Date: prev next · Thread: first prev next last
2015 Archives by date, by thread · List index

On 07/18/2015 05:29 PM, Tom Davies wrote:

If programs plan to become cross-platform then initially writing for Linux seems to be the 
optimum route. 

If a programming team delivers a usable Linux product in one year, then
for a second platform, it will take the same team six months to deliver it.

If a programming team delivers a usable Windows product in one year,
then it will take a second team that is twice the size of the first
team, two years, to deliver the program on a different platform.

FWIW, writing to WINE/LibWINE is equivalent to writing a program for
Windows, in terms of overall productivity, and cross-platform support.

Furthermore, with WINE/LibWINE, your program won't have the same look
and feel as other software on the same platform.


  * English - detected
  * English

  * English

 <javascript:void(0);> <#>
Writing for Wine is a neat trick that i have not heard of before.  It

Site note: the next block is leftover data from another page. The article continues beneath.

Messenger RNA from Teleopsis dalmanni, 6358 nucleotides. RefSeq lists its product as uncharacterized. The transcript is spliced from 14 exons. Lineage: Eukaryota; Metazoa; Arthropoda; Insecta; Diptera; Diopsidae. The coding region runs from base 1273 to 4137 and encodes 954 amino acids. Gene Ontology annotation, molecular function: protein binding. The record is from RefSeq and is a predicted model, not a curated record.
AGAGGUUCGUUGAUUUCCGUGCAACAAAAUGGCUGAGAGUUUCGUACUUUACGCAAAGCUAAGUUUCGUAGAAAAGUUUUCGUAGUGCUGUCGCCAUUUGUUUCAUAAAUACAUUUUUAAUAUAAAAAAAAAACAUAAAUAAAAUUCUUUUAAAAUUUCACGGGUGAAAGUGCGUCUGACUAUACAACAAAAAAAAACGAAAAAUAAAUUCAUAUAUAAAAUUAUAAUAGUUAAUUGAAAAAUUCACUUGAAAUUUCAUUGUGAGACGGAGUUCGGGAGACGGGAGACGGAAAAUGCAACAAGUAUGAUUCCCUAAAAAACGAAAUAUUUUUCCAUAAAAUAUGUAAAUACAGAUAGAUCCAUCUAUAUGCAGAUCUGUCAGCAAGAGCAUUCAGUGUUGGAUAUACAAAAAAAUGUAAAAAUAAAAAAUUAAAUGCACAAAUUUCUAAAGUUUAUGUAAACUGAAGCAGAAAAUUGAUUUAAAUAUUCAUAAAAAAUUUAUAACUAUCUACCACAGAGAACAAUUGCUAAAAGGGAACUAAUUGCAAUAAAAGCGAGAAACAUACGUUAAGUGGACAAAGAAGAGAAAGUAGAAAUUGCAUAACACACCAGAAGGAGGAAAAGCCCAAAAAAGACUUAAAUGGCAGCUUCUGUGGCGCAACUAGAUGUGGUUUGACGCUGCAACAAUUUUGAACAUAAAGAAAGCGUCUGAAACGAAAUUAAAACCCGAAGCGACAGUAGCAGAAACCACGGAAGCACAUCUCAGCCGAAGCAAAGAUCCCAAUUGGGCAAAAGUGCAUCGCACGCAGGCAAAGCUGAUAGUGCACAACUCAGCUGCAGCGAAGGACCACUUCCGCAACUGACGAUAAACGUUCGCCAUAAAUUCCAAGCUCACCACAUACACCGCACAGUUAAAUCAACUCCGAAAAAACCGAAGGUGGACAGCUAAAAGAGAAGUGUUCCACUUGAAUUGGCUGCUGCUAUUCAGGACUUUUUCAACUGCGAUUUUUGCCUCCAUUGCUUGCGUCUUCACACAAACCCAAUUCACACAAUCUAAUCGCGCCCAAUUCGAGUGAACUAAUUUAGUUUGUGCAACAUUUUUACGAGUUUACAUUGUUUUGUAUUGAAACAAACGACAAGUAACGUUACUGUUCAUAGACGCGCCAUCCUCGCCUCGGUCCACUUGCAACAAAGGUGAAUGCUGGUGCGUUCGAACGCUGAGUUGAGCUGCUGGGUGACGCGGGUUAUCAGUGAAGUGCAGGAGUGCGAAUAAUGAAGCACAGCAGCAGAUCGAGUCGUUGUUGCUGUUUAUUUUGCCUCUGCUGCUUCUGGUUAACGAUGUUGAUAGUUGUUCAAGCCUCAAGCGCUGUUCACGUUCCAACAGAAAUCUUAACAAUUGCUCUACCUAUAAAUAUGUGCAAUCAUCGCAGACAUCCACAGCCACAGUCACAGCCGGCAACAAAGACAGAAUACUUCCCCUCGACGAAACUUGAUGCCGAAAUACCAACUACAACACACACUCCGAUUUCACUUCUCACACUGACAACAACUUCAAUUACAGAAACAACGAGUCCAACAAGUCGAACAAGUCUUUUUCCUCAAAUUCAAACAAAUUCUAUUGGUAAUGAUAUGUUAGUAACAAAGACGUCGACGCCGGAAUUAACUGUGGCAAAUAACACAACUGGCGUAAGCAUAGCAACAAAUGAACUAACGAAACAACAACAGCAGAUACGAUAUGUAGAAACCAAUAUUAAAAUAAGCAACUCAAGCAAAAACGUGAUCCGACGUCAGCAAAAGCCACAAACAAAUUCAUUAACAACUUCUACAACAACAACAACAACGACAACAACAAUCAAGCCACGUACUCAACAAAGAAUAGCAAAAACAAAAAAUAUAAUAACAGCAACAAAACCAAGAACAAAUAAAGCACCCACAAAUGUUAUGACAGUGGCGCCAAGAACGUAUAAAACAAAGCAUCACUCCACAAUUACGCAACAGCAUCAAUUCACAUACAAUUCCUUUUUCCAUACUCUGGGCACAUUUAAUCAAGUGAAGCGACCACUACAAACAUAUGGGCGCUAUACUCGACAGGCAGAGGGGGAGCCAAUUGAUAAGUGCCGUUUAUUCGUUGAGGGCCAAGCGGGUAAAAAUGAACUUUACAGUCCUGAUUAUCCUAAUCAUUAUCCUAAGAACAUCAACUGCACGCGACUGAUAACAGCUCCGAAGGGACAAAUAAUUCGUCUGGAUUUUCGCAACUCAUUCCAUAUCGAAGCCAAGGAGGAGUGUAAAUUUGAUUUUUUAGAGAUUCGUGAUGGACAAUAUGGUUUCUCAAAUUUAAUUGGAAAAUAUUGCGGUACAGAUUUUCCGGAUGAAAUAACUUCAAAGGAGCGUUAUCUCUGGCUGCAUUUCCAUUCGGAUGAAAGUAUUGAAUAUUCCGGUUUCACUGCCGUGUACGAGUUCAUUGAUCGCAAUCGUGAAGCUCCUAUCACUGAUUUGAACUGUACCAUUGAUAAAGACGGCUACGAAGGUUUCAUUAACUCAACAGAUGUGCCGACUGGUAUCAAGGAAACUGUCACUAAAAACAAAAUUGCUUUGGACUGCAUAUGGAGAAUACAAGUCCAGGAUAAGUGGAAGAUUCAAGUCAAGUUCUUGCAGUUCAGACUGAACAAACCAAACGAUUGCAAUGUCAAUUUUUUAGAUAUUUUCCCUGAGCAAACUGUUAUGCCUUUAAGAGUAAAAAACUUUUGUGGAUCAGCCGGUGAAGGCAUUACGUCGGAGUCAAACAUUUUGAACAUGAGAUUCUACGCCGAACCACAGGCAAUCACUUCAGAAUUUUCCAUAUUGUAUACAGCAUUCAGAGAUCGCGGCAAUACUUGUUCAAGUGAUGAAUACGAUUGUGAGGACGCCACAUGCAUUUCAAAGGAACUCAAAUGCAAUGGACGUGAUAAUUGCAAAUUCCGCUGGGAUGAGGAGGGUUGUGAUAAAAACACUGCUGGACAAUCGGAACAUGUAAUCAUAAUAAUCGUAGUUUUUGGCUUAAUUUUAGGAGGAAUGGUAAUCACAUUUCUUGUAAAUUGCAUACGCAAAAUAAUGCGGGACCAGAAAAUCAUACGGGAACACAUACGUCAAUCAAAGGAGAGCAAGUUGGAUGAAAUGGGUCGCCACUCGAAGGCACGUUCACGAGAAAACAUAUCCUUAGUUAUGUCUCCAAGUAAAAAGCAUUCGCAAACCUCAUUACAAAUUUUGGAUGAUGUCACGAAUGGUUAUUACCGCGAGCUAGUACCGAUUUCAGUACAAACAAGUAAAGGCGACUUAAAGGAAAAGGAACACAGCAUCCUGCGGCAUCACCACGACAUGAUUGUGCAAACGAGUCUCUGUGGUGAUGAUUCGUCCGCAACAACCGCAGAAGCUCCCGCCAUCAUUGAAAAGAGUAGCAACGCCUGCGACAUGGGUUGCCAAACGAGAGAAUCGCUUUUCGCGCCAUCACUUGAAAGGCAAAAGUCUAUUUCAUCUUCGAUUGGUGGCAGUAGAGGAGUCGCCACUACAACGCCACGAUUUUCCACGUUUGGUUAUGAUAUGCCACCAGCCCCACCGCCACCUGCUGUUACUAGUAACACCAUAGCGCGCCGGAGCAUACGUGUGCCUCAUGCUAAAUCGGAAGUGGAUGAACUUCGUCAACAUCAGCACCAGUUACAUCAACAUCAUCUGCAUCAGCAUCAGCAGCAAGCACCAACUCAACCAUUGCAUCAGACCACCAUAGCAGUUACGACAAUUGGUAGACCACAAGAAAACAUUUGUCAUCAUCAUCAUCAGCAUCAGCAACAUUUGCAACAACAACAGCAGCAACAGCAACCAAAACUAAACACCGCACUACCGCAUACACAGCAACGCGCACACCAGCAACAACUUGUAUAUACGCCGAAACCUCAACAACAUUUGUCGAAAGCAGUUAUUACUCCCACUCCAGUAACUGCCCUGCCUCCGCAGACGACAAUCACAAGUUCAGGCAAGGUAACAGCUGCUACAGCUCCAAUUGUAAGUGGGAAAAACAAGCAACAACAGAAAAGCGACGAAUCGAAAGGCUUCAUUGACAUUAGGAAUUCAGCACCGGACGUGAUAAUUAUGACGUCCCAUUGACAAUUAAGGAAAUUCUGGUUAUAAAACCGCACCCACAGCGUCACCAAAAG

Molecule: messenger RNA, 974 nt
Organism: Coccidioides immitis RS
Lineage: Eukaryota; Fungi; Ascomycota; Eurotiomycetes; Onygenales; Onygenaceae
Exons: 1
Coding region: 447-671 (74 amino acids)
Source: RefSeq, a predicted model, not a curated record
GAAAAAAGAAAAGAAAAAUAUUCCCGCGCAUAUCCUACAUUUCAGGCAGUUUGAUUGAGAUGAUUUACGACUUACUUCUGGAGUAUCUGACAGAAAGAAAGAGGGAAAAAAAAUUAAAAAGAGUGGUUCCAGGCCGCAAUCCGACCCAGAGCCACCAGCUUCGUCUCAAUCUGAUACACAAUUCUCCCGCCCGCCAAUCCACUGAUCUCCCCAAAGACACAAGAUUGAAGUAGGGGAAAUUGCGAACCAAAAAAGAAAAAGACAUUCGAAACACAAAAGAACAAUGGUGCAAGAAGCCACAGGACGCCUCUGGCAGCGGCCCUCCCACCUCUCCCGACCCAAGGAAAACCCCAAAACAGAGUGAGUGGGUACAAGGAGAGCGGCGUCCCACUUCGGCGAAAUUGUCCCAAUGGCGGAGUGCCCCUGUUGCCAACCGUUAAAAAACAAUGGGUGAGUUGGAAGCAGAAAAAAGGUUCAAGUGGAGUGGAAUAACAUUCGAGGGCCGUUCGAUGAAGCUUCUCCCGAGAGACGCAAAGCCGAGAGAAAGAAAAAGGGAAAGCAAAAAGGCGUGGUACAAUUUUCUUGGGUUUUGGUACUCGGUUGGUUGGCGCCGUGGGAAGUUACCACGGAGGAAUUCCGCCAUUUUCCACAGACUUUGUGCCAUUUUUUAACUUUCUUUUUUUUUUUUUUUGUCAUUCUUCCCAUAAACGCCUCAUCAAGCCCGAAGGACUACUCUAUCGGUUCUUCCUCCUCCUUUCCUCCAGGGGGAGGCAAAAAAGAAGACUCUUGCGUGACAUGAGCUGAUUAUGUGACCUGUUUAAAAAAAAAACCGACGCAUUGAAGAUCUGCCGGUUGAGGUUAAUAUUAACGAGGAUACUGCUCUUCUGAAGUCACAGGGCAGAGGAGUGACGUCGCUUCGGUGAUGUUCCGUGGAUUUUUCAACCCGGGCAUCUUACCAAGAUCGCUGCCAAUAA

sounds like it neatly avoids any need for porting at all.

It also means that bug fixing is an order of magnitude more
difficult,because bug isolation requires looking at:
* your source code;
* The WINE/LibWIN library;
* The OS that the bug was reported on;

To unsubscribe e-mail to:
Posting guidelines + more:
List archive:
All messages sent to this list will be publicly archived and cannot be deleted


Privacy Policy | Impressum (Legal Info) | Copyright information: Unless otherwise specified, all text and images on this website are licensed under the Creative Commons Attribution-Share Alike 3.0 License. This does not include the source code of LibreOffice, which is licensed under the Mozilla Public License (MPLv2). "LibreOffice" and "The Document Foundation" are registered trademarks of their corresponding registered owners or are in actual use as trademarks in one or more countries. Their respective logos and icons are also subject to international copyright laws. Use thereof is explained in our trademark policy.